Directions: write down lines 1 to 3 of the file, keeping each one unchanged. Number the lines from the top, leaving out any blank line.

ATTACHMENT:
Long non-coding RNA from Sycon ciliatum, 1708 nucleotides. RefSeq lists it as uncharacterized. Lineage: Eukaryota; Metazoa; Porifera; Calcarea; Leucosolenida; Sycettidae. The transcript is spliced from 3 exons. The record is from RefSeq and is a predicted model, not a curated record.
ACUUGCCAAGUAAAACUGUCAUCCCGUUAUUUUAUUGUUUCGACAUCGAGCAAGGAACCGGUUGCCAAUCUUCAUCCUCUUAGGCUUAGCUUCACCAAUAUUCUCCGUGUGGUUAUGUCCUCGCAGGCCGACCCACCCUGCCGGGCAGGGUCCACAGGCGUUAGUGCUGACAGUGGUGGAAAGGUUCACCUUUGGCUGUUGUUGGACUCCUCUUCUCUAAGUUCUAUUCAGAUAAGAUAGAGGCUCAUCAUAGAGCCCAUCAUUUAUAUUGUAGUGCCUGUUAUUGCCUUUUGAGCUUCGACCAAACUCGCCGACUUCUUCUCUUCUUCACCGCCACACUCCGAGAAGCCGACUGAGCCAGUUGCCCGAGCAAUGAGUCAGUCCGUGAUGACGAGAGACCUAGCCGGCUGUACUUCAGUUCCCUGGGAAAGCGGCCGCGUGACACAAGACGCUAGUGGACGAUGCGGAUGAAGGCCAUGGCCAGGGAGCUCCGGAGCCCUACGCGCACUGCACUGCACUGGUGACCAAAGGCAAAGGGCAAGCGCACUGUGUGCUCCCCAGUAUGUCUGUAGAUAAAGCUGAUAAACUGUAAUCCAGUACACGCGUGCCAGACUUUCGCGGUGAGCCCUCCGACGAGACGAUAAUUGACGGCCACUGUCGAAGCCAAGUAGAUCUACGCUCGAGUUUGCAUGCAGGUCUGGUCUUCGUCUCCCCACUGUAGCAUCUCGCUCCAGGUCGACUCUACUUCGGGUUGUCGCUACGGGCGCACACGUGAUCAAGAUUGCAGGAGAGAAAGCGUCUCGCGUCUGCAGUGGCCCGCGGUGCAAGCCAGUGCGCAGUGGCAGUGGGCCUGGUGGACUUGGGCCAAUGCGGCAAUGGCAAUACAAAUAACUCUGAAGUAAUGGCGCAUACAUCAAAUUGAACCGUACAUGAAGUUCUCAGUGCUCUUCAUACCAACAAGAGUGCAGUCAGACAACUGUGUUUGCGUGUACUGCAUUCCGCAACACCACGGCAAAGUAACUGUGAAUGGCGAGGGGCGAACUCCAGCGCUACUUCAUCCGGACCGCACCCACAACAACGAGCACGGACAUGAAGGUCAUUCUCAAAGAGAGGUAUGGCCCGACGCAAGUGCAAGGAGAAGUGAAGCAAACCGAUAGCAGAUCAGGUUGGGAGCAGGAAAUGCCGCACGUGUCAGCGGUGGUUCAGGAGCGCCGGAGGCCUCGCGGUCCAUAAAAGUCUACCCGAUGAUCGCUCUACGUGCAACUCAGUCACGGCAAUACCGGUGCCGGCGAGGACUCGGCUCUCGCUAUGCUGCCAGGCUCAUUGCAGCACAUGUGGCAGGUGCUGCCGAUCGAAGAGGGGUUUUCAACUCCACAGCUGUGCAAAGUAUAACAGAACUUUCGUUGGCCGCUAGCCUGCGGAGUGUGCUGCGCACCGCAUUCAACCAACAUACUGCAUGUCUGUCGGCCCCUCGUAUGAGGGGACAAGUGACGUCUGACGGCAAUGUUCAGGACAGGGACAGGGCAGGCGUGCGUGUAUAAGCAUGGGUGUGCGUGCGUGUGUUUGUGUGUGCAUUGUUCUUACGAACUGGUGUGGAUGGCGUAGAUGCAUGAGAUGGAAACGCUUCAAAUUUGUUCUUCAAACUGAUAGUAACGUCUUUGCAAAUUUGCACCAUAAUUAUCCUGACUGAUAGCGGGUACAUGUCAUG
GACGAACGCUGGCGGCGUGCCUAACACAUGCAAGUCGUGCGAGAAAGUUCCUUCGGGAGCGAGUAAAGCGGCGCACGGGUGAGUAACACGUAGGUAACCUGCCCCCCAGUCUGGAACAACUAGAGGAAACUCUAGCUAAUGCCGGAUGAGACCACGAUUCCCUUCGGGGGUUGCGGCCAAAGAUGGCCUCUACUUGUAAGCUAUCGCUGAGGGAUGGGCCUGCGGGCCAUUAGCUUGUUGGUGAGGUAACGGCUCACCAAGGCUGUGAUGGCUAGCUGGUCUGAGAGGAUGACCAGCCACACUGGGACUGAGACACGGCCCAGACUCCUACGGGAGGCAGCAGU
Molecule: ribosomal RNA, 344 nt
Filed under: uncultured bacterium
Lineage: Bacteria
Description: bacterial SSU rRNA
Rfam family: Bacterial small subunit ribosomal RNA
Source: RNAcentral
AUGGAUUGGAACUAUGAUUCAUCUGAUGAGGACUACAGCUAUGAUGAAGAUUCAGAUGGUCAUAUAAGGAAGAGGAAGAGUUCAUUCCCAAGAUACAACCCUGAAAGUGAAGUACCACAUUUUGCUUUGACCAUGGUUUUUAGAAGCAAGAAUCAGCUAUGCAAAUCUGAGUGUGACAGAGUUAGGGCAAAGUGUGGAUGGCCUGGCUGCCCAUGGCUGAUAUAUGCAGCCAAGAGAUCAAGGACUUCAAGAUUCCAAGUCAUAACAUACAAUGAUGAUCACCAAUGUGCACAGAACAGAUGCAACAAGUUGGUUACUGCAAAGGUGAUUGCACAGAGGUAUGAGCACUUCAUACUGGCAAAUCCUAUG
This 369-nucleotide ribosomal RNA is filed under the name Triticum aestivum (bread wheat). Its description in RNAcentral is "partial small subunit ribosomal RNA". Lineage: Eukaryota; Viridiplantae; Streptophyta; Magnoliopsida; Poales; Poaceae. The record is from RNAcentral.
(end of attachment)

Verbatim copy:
Long non-coding RNA from Sycon ciliatum, 1708 nucleotides. RefSeq lists it as uncharacterized. Lineage: Eukaryota; Metazoa; Porifera; Calcarea; Leucosolenida; Sycettidae. The transcript is spliced from 3 exons. The record is from RefSeq and is a predicted model, not a curated record.
ACUUGCCAAGUAAAACUGUCAUCCCGUUAUUUUAUUGUUUCGACAUCGAGCAAGGAACCGGUUGCCAAUCUUCAUCCUCUUAGGCUUAGCUUCACCAAUAUUCUCCGUGUGGUUAUGUCCUCGCAGGCCGACCCACCCUGCCGGGCAGGGUCCACAGGCGUUAGUGCUGACAGUGGUGGAAAGGUUCACCUUUGGCUGUUGUUGGACUCCUCUUCUCUAAGUUCUAUUCAGAUAAGAUAGAGGCUCAUCAUAGAGCCCAUCAUUUAUAUUGUAGUGCCUGUUAUUGCCUUUUGAGCUUCGACCAAACUCGCCGACUUCUUCUCUUCUUCACCGCCACACUCCGAGAAGCCGACUGAGCCAGUUGCCCGAGCAAUGAGUCAGUCCGUGAUGACGAGAGACCUAGCCGGCUGUACUUCAGUUCCCUGGGAAAGCGGCCGCGUGACACAAGACGCUAGUGGACGAUGCGGAUGAAGGCCAUGGCCAGGGAGCUCCGGAGCCCUACGCGCACUGCACUGCACUGGUGACCAAAGGCAAAGGGCAAGCGCACUGUGUGCUCCCCAGUAUGUCUGUAGAUAAAGCUGAUAAACUGUAAUCCAGUACACGCGUGCCAGACUUUCGCGGUGAGCCCUCCGACGAGACGAUAAUUGACGGCCACUGUCGAAGCCAAGUAGAUCUACGCUCGAGUUUGCAUGCAGGUCUGGUCUUCGUCUCCCCACUGUAGCAUCUCGCUCCAGGUCGACUCUACUUCGGGUUGUCGCUACGGGCGCACACGUGAUCAAGAUUGCAGGAGAGAAAGCGUCUCGCGUCUGCAGUGGCCCGCGGUGCAAGCCAGUGCGCAGUGGCAGUGGGCCUGGUGGACUUGGGCCAAUGCGGCAAUGGCAAUACAAAUAACUCUGAAGUAAUGGCGCAUACAUCAAAUUGAACCGUACAUGAAGUUCUCAGUGCUCUUCAUACCAACAAGAGUGCAGUCAGACAACUGUGUUUGCGUGUACUGCAUUCCGCAACACCACGGCAAAGUAACUGUGAAUGGCGAGGGGCGAACUCCAGCGCUACUUCAUCCGGACCGCACCCACAACAACGAGCACGGACAUGAAGGUCAUUCUCAAAGAGAGGUAUGGCCCGACGCAAGUGCAAGGAGAAGUGAAGCAAACCGAUAGCAGAUCAGGUUGGGAGCAGGAAAUGCCGCACGUGUCAGCGGUGGUUCAGGAGCGCCGGAGGCCUCGCGGUCCAUAAAAGUCUACCCGAUGAUCGCUCUACGUGCAACUCAGUCACGGCAAUACCGGUGCCGGCGAGGACUCGGCUCUCGCUAUGCUGCCAGGCUCAUUGCAGCACAUGUGGCAGGUGCUGCCGAUCGAAGAGGGGUUUUCAACUCCACAGCUGUGCAAAGUAUAACAGAACUUUCGUUGGCCGCUAGCCUGCGGAGUGUGCUGCGCACCGCAUUCAACCAACAUACUGCAUGUCUGUCGGCCCCUCGUAUGAGGGGACAAGUGACGUCUGACGGCAAUGUUCAGGACAGGGACAGGGCAGGCGUGCGUGUAUAAGCAUGGGUGUGCGUGCGUGUGUUUGUGUGUGCAUUGUUCUUACGAACUGGUGUGGAUGGCGUAGAUGCAUGAGAUGGAAACGCUUCAAAUUUGUUCUUCAAACUGAUAGUAACGUCUUUGCAAAUUUGCACCAUAAUUAUCCUGACUGAUAGCGGGUACAUGUCAUG
GACGAACGCUGGCGGCGUGCCUAACACAUGCAAGUCGUGCGAGAAAGUUCCUUCGGGAGCGAGUAAAGCGGCGCACGGGUGAGUAACACGUAGGUAACCUGCCCCCCAGUCUGGAACAACUAGAGGAAACUCUAGCUAAUGCCGGAUGAGACCACGAUUCCCUUCGGGGGUUGCGGCCAAAGAUGGCCUCUACUUGUAAGCUAUCGCUGAGGGAUGGGCCUGCGGGCCAUUAGCUUGUUGGUGAGGUAACGGCUCACCAAGGCUGUGAUGGCUAGCUGGUCUGAGAGGAUGACCAGCCACACUGGGACUGAGACACGGCCCAGACUCCUACGGGAGGCAGCAGU